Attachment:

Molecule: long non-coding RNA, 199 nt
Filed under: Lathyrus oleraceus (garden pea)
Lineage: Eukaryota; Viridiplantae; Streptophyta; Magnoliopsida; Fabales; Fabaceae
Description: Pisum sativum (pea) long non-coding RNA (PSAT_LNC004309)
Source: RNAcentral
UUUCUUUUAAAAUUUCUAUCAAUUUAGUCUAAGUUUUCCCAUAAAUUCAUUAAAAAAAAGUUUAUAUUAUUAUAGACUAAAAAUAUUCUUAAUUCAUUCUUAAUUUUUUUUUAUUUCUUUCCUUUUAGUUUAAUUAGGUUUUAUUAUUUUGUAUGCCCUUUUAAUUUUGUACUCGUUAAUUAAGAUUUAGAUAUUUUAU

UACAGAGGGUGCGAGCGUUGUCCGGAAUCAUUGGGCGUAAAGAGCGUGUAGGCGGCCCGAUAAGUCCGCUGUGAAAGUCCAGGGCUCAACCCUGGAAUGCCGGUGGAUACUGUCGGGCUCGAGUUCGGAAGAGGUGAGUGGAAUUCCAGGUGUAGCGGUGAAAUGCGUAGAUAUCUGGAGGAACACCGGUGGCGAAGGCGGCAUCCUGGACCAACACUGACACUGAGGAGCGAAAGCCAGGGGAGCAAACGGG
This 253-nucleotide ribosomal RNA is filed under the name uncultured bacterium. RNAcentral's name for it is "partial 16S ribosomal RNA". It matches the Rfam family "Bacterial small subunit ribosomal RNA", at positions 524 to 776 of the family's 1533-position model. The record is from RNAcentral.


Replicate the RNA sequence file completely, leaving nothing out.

Molecule: long non-coding RNA, 199 nt
Filed under: Lathyrus oleraceus (garden pea)
Lineage: Eukaryota; Viridiplantae; Streptophyta; Magnoliopsida; Fabales; Fabaceae
Description: Pisum sativum (pea) long non-coding RNA (PSAT_LNC004309)
Source: RNAcentral
UUUCUUUUAAAAUUUCUAUCAAUUUAGUCUAAGUUUUCCCAUAAAUUCAUUAAAAAAAAGUUUAUAUUAUUAUAGACUAAAAAUAUUCUUAAUUCAUUCUUAAUUUUUUUUUAUUUCUUUCCUUUUAGUUUAAUUAGGUUUUAUUAUUUUGUAUGCCCUUUUAAUUUUGUACUCGUUAAUUAAGAUUUAGAUAUUUUAU

UACAGAGGGUGCGAGCGUUGUCCGGAAUCAUUGGGCGUAAAGAGCGUGUAGGCGGCCCGAUAAGUCCGCUGUGAAAGUCCAGGGCUCAACCCUGGAAUGCCGGUGGAUACUGUCGGGCUCGAGUUCGGAAGAGGUGAGUGGAAUUCCAGGUGUAGCGGUGAAAUGCGUAGAUAUCUGGAGGAACACCGGUGGCGAAGGCGGCAUCCUGGACCAACACUGACACUGAGGAGCGAAAGCCAGGGGAGCAAACGGG
This 253-nucleotide ribosomal RNA is filed under the name uncultured bacterium. RNAcentral's name for it is "partial 16S ribosomal RNA". It matches the Rfam family "Bacterial small subunit ribosomal RNA", at positions 524 to 776 of the family's 1533-position model. The record is from RNAcentral.